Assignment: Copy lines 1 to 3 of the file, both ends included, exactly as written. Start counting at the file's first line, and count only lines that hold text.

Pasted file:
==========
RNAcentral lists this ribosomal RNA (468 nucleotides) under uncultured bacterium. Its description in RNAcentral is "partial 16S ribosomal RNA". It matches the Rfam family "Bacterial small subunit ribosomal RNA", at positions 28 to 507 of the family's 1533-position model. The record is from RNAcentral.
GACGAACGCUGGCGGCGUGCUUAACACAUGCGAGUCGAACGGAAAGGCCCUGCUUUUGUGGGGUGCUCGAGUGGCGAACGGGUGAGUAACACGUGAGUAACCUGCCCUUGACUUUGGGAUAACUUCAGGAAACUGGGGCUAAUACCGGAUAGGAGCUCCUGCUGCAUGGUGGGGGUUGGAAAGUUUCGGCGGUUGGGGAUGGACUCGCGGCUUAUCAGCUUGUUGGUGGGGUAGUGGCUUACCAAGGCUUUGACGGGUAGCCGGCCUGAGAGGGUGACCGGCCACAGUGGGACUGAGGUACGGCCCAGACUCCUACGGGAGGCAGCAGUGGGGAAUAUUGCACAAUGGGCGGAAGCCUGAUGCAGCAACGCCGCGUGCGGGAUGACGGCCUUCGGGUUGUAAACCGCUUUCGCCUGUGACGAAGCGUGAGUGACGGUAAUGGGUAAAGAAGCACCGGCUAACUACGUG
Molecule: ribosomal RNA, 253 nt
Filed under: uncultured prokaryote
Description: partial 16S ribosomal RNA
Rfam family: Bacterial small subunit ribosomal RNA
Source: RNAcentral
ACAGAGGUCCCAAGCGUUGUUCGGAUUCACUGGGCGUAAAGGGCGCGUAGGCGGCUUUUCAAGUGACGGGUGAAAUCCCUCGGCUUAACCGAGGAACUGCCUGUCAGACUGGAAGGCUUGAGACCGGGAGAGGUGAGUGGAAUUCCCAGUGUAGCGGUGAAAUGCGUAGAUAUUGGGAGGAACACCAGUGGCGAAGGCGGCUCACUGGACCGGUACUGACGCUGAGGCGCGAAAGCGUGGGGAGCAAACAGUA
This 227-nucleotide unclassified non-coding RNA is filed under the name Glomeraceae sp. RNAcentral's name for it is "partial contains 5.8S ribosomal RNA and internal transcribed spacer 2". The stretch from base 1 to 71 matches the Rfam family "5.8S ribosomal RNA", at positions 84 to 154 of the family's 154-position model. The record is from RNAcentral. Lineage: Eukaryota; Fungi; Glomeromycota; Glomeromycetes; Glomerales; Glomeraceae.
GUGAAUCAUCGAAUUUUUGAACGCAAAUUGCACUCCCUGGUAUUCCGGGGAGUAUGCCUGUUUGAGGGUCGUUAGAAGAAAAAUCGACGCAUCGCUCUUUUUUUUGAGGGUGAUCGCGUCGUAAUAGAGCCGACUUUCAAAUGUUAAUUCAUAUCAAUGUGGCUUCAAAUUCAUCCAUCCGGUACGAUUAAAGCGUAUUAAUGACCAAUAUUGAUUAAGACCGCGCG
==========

RNAcentral lists this ribosomal RNA (468 nucleotides) under uncultured bacterium. Its description in RNAcentral is "partial 16S ribosomal RNA". It matches the Rfam family "Bacterial small subunit ribosomal RNA", at positions 28 to 507 of the family's 1533-position model. The record is from RNAcentral.
GACGAACGCUGGCGGCGUGCUUAACACAUGCGAGUCGAACGGAAAGGCCCUGCUUUUGUGGGGUGCUCGAGUGGCGAACGGGUGAGUAACACGUGAGUAACCUGCCCUUGACUUUGGGAUAACUUCAGGAAACUGGGGCUAAUACCGGAUAGGAGCUCCUGCUGCAUGGUGGGGGUUGGAAAGUUUCGGCGGUUGGGGAUGGACUCGCGGCUUAUCAGCUUGUUGGUGGGGUAGUGGCUUACCAAGGCUUUGACGGGUAGCCGGCCUGAGAGGGUGACCGGCCACAGUGGGACUGAGGUACGGCCCAGACUCCUACGGGAGGCAGCAGUGGGGAAUAUUGCACAAUGGGCGGAAGCCUGAUGCAGCAACGCCGCGUGCGGGAUGACGGCCUUCGGGUUGUAAACCGCUUUCGCCUGUGACGAAGCGUGAGUGACGGUAAUGGGUAAAGAAGCACCGGCUAACUACGUG
Molecule: ribosomal RNA, 253 nt